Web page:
Asian American Actors In Modern Media Deal With Whitewashed

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Asian American actors in modern media deal with whitewashed film and television, underrepresentation in major works, and casting in stereotypical roles. These three problems are rooted in the history of Asian American actors in film and television, and have been perpetrated by stereotypes that continue to this day. The purpose of this memo is to examine the modern industry of film and television through the eyes of Asian American actors, viewing the stereotypes and stigmas these actors face, and looking forward to see what can be done by casting directors to reduce harmful stereotyping and increase diversity in film and television.
History of Asian and Asian American Stereotypes in Film and Television
One problem that arises when
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As economic and political tensions faded, a new stereotype replaced Yellow Peril in film and television. This stereotype, known as the model minority, is believed to have come around in the 1960s during the civil rights movement as an attempt to create resentment and tension within America’s minority groups (Huh 13).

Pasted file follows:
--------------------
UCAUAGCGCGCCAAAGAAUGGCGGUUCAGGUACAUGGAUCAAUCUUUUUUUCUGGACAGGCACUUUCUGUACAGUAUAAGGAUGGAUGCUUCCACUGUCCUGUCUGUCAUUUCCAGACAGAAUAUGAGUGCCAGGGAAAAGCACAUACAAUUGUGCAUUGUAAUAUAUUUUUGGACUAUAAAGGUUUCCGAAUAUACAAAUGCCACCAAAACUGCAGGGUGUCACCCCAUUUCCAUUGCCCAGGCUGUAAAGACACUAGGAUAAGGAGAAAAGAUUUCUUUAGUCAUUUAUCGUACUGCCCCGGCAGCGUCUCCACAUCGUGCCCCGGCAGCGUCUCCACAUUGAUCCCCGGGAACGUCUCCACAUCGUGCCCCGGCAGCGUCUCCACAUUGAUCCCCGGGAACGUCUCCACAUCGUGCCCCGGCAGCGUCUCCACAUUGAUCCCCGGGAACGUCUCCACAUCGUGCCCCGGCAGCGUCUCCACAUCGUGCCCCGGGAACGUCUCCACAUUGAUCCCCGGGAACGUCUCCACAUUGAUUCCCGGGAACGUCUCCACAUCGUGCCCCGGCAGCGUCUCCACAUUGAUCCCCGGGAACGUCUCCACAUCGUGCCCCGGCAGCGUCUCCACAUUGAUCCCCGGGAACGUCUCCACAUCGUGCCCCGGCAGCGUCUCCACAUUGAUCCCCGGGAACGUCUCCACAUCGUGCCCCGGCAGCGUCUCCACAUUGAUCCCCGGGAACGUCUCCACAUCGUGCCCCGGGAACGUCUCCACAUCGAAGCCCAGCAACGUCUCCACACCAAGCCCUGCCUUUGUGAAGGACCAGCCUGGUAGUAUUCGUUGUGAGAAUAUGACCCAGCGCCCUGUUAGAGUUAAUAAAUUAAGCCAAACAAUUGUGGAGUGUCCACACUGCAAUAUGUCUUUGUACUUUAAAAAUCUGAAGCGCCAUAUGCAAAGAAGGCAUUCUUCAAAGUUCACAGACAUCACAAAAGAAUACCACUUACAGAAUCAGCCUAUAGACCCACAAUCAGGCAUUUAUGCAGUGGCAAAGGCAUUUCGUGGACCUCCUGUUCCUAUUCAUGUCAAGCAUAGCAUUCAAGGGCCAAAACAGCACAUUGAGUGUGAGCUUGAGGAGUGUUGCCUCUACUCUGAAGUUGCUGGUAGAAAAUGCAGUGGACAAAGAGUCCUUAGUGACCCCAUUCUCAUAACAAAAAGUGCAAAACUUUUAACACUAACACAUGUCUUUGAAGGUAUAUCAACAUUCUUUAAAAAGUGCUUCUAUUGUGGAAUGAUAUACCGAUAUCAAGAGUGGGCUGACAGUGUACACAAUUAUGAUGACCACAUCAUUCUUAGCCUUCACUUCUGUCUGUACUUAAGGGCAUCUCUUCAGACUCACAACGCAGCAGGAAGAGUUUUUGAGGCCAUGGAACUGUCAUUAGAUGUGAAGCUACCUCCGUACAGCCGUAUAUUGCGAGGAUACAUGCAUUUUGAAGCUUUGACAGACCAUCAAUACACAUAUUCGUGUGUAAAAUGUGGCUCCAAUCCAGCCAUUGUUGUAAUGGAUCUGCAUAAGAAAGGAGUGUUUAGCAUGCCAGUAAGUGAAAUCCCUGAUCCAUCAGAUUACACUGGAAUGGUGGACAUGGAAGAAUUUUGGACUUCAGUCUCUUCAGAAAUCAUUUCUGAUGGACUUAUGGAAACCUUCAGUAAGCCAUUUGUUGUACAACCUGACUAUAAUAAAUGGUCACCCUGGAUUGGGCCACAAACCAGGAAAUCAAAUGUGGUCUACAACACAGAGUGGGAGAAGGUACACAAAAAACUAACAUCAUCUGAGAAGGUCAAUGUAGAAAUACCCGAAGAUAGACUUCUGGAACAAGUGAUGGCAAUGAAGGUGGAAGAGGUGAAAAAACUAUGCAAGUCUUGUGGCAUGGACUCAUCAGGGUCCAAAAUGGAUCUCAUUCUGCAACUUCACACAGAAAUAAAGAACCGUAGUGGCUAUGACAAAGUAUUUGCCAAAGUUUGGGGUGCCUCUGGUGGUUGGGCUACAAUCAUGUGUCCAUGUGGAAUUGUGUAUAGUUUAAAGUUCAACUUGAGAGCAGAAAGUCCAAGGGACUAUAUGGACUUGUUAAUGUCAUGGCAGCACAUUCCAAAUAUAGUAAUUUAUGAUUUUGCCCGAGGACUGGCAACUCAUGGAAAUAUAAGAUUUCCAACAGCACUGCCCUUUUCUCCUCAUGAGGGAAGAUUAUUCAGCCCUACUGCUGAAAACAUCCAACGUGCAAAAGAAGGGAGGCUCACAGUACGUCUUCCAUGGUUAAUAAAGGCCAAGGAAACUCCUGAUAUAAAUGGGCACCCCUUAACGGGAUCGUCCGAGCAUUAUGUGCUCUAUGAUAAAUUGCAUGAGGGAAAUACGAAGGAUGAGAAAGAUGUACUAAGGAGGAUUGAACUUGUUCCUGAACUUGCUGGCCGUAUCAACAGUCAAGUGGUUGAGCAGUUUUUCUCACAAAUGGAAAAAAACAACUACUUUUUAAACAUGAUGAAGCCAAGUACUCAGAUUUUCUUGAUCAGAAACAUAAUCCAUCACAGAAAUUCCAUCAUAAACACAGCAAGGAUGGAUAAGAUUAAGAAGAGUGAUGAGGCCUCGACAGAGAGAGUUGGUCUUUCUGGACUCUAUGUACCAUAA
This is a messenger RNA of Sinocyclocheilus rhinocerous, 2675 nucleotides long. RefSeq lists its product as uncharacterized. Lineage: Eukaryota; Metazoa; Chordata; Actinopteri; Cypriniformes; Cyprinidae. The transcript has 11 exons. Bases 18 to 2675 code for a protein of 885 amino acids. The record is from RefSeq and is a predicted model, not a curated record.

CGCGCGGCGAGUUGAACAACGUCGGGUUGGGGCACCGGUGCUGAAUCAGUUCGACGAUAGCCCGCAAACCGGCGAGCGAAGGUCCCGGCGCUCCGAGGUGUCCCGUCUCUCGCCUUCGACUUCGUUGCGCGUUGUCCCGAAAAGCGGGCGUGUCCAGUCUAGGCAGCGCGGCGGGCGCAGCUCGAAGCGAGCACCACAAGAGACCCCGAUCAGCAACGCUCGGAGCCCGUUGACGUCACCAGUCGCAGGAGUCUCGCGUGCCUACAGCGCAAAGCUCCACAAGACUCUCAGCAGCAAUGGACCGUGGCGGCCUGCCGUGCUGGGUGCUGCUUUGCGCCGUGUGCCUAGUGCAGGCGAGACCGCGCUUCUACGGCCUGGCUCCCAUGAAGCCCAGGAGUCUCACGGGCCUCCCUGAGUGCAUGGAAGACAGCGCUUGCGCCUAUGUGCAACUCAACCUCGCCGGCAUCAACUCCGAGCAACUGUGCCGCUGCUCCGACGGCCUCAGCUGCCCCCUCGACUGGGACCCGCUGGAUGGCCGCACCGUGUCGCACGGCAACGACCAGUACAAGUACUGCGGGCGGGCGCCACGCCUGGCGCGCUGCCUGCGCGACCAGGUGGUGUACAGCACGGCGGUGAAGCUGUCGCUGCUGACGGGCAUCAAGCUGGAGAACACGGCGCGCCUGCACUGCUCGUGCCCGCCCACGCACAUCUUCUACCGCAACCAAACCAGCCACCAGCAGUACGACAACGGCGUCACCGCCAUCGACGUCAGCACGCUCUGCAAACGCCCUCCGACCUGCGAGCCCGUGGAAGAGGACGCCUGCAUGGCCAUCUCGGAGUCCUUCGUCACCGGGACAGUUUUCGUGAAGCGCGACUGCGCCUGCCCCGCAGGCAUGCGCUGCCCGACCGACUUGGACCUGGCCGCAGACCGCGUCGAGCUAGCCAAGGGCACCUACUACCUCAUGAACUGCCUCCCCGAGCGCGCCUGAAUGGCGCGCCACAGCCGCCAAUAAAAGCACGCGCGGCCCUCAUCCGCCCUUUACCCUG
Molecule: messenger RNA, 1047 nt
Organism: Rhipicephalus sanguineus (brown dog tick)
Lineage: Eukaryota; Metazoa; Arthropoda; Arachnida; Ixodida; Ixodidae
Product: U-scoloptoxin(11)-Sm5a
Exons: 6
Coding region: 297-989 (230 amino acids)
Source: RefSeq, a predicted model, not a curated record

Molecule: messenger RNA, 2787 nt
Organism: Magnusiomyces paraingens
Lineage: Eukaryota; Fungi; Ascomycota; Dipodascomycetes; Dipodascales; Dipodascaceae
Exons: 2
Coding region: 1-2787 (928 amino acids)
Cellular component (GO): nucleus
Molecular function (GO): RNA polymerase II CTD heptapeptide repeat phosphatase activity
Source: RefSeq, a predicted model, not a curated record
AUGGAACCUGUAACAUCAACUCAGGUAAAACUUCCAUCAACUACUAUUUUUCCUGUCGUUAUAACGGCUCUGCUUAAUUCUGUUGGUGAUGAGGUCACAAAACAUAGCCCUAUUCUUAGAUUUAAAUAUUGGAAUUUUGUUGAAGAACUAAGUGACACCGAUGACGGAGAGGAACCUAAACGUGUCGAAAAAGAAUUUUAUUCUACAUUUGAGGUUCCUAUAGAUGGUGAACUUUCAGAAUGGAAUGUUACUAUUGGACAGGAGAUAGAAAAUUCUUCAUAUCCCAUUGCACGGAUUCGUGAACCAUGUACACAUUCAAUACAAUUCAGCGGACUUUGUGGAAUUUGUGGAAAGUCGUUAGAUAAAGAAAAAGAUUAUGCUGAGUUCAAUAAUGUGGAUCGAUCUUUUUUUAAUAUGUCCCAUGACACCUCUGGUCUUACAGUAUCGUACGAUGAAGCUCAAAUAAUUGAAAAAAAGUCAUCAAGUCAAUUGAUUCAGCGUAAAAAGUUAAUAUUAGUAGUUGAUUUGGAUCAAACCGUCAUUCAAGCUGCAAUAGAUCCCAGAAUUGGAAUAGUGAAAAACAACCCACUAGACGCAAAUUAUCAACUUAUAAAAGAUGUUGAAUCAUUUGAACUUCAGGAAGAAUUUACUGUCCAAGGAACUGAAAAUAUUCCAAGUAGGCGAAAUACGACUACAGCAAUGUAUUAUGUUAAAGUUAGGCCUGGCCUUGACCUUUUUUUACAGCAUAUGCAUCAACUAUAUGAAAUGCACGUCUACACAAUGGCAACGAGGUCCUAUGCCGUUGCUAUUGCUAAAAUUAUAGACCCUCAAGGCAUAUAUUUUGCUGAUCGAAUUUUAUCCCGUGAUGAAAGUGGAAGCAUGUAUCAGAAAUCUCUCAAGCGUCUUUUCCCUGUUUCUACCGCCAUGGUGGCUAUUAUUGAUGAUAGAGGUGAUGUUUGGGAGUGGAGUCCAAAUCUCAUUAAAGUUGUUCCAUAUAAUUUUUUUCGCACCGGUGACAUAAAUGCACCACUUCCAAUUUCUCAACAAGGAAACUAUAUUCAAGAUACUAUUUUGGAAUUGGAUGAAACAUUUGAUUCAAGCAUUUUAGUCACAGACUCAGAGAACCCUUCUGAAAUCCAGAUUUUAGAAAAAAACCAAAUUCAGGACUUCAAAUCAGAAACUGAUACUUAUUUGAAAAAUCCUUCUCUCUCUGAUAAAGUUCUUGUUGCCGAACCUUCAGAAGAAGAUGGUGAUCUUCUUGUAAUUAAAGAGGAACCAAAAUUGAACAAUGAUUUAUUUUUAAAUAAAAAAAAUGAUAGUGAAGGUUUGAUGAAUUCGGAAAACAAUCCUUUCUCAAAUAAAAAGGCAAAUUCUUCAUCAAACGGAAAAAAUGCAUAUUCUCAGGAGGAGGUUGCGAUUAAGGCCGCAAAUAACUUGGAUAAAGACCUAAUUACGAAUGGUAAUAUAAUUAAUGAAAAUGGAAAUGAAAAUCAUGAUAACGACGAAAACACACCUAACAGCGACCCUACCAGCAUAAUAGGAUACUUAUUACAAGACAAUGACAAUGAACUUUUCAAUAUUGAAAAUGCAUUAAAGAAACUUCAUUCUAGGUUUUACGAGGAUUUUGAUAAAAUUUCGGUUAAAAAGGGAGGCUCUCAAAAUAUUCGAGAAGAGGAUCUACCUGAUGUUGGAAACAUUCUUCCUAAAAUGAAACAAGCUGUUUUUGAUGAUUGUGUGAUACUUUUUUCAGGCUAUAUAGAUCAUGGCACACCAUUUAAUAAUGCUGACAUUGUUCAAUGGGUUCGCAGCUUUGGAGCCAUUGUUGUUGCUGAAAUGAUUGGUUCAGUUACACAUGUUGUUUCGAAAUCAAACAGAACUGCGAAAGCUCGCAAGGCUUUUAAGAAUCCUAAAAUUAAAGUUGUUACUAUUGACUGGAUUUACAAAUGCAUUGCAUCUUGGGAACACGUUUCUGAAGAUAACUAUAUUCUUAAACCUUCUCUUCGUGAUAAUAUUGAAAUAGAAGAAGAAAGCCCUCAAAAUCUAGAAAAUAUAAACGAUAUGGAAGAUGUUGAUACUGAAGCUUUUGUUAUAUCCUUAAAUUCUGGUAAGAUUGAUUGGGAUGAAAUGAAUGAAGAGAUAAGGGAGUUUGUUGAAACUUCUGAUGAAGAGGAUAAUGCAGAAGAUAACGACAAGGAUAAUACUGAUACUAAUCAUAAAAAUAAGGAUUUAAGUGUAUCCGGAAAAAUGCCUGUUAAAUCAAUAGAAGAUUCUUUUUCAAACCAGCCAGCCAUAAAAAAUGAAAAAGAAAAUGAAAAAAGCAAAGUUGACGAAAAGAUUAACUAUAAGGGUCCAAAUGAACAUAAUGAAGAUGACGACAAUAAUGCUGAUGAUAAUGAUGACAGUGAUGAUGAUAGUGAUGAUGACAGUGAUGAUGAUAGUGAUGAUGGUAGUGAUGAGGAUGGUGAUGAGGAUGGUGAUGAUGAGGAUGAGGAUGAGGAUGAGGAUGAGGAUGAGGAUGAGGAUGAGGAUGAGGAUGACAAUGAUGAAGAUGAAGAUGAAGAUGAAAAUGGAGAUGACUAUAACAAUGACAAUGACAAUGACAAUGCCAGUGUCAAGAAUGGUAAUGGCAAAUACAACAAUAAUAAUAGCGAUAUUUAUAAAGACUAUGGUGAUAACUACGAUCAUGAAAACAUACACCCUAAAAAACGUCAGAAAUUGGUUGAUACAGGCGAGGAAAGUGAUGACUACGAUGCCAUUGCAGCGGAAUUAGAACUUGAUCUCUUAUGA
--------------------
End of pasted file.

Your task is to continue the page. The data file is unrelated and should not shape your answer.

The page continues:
The model minority stereotype characterized Asian Americans as immigrants that valued hard work, family, and determination (Mok 192). This appears to be a positive stereotype that exemplifies the values of the American Dream; however, academic scholars like Teresa Mok disagree. Mok argues that the model minority stereotype emphasizes the similarities of Asian Americans and white Americans. In this sense, the model minority might be seen as assimilating to American culture by acting whiter (Mok 193). This stereotype was most notably seen in the first all-Asian musical, Flower Drum Song. The plot exacerbated the idea of the model minority, centering the story around the benefits of assimilation in lieu of keeping with traditional ways. (Mok 193).
One of the most controversial stereotypes was yellowface. White American actors often donned yellowface to portray Asian characters: one notable example is that of Mickey Rooney in Breakfast at Tiffany’s. Rooney’s performance was characterized by taped eyes, fake teeth, and painted skin (Huh 21). These characteristics meant to capitalize on the race of the character: by changing his appearance to include

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